Get Ahead of Chronic Constipation

Effective treatment requires veterinary intervention-and sooner rather than later to prevent worsening

Cat constipation

Q: My 12-year-old female spayed cat has chronic constipation that we have been having difficulty treating. I want her to be happy, comfortable, and healthy, and I’m concerned that if we are not able to provide her with relief, her condition will progress and her quality of life will diminish. Can you provide any insight into how we may best achieve relief for her?

A: Thank you for getting in touch, and I am very sorry to hear about your baby’s problem. Constipation is fairly common in cats, and it is true that it is important to treat it fairly aggressively to prevent progression. Perhaps a brief review of what constipation is would be a good place to start.

Constipation is defined as infrequent or difficult emission of hard, dry fecal matter, and it is a common problem of the domestic cat. A variety of problems, including ingestion of indigestible material (i.e. fur), obstruction of the GI (gastro-intenstinal) tract by foreign bodies, tumors, or strictures (narrowings), electrolyte disturbances, neuromuscular disease, and the side effects of various drugs can predispose to constipation in cats. In many cases, the specific cause of constipation in cats is undetermined, and in these cases, the condition is referred to as idiopathic constipation.

Treatment of constipation in cats involves making sure that an affected cat is well-hydrated; the elimination of causative agents where possible; medical management using laxatives, enemas, and drugs that increase intestinal motility; dietary modification; and surgical removal of affected portions of the colon. Obviously, surgery is reserved for severe/unresponsive cases in which the colon becomes distended and unable to function properly (called megacolon).

Laxatives work primarily by either increasing the water content of stool or lubricating the stool so that it passes more easily. Enemas involve the irrigation of liquid through the anus and into the colon to increase fecal water content and to stimulate colonic contraction (peristalsis) to promote fecal evacuation.

Enemas may be given at home to compliant cats (with training by a veterinarian), but some cats may require sedation and veterinary assistance for enema administration. Intestinal motility modifiers increase the rate and force of peristaltic contractions in the intestines.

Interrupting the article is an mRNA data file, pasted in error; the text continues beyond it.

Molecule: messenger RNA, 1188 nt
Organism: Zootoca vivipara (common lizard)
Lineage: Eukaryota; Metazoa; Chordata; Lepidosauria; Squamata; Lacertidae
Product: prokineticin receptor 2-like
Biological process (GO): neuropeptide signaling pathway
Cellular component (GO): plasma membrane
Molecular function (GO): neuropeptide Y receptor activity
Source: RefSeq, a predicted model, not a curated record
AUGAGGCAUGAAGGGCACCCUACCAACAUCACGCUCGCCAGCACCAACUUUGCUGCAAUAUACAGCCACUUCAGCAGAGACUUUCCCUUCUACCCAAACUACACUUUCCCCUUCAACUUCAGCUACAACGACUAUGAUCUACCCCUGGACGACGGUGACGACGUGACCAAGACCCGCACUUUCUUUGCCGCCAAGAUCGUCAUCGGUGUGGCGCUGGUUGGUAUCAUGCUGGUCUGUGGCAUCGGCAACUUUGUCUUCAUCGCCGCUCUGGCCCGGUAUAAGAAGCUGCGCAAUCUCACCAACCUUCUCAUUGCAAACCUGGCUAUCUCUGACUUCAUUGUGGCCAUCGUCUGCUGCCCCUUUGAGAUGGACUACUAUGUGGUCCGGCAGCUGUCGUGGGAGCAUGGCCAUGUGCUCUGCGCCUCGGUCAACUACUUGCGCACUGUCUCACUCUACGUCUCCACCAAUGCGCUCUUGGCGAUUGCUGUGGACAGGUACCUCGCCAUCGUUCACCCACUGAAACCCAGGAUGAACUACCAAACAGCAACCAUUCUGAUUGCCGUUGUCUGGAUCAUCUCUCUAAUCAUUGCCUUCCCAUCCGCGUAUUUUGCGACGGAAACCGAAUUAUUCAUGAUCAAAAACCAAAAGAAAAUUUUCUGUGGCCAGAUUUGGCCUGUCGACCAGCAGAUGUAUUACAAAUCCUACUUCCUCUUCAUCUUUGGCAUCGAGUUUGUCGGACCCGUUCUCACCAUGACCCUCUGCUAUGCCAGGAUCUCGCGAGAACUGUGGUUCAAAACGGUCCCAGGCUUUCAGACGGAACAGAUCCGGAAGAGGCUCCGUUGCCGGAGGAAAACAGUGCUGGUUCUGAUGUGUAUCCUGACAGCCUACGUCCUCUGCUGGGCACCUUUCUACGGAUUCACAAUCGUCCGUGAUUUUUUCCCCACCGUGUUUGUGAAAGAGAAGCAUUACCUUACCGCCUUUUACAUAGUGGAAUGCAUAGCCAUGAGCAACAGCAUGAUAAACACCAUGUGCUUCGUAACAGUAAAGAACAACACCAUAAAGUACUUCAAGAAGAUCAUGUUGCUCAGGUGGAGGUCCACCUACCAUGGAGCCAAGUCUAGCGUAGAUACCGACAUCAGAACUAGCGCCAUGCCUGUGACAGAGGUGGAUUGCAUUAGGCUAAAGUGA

Dietary modification usually involves the addition of either soluble or insoluble fiber (or both) to the diet to improve intestinal motility. Insoluble fiber (i.e. cellulose) works by increasing the bulk of the stool, thereby distending the colon and stimulating colonic contraction. The main disadvantages of insoluble fiber are that they lower fecal water content and that they may lower nutrient digestibility.

Insoluble fiber (i.e. canned pumpkin, psyllium) is fermented in the colon, leading to the production of short chain fatty acids, which may directly promote contraction of colonic smooth muscle. Over supplementation with soluble fiber can lead to overly liquid stools (diarrhea) and can also negatively affect nutrient absorption. Fiber supplementation can be achieved by either adding fiber to the existing diet or by switching the diet to a purpose-produced high fiber diet.

Severe, non-responsive cases of constipation may progress to megacolon and obstipation (a condition characterized by permanent loss of function of affected colon). In these cases, surgical resection of the affected portions of colon may be necessary to prevent translocation of bacteria from the GI tract to the bloodstream, which can be life-threatening.

I suggest that you work carefully with your veterinarian to devise an effective treatment plan. Early intervention, the provision of plenty of fresh water, sufficient clean litter boxes, and careful monitoring and follow up are all very important for a successful outcome, so please be vigilant and patient.

Best of luck, and please keep in touch.